The ancestors of Curacao's Jews have lived on the island for hundreds of years and thrived in trade, commerce and banking. What’s left of the Jewish community is united by religious tradition. In the capital, Willemstad, can be found a centuries-old synagogue, a Hebrew school and an active BBYO chapter. Extended families routinely gather for Shabbat dinner.
Willemstad is a UNESCO World Heritage city. Its grand, pastel-colored buildings — white until 1817, when the governor ordered them painted to combat glare from the sun — match the island’s colorful culture, which melds Spanish, Portuguese, Dutch, African, Caribbean and South American influences.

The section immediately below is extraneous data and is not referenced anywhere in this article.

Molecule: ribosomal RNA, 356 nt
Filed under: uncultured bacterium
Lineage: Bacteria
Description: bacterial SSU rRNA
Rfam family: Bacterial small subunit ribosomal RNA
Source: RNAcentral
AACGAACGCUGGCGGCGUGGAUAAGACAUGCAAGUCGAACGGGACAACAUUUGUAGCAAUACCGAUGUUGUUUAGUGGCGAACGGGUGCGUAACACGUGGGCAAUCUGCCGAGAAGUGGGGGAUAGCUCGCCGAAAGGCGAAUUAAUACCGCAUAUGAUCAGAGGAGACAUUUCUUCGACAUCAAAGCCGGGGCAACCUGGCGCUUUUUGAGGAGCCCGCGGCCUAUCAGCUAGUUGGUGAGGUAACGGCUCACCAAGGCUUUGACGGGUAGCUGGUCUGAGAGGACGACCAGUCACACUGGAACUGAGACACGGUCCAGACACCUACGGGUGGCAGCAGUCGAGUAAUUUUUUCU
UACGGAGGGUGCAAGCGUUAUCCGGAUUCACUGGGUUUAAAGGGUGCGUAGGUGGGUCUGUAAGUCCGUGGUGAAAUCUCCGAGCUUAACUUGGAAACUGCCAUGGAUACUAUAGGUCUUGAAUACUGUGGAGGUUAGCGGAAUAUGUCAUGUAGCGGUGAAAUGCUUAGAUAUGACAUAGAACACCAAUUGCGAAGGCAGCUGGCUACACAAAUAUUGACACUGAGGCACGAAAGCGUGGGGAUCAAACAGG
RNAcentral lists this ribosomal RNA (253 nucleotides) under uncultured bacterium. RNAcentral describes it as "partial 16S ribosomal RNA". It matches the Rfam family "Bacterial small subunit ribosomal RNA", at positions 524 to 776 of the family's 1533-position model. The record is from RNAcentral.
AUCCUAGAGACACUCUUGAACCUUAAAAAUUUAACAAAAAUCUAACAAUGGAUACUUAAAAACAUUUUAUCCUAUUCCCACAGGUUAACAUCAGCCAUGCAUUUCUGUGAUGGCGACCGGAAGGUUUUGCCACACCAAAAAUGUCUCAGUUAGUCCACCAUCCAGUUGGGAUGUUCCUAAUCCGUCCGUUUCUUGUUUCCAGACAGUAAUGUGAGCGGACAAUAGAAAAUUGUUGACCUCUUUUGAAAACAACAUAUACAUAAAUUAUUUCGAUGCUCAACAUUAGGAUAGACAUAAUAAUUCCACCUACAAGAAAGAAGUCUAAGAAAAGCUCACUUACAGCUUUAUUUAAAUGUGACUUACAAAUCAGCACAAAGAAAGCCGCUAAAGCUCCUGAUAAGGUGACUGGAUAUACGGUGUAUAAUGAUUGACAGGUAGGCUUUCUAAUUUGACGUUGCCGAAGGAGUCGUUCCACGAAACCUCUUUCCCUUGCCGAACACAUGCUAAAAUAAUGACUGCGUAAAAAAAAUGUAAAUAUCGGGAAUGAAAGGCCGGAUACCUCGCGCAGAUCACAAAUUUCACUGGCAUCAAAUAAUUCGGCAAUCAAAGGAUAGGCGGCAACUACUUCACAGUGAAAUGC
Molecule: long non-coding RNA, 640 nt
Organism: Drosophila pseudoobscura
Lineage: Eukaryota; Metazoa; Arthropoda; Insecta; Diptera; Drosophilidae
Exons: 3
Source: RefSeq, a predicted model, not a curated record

From one light-yellow building in the historic Punda district hangs a small sign directing visitors to the entrance of Mikve Israel-Emanuel Synagogue and Museum, the oldest continuously used synagogue in the Western hemisphere.
Read the full story, originally published on August 28, 2015, on Jewish Telegraphic Agency's website.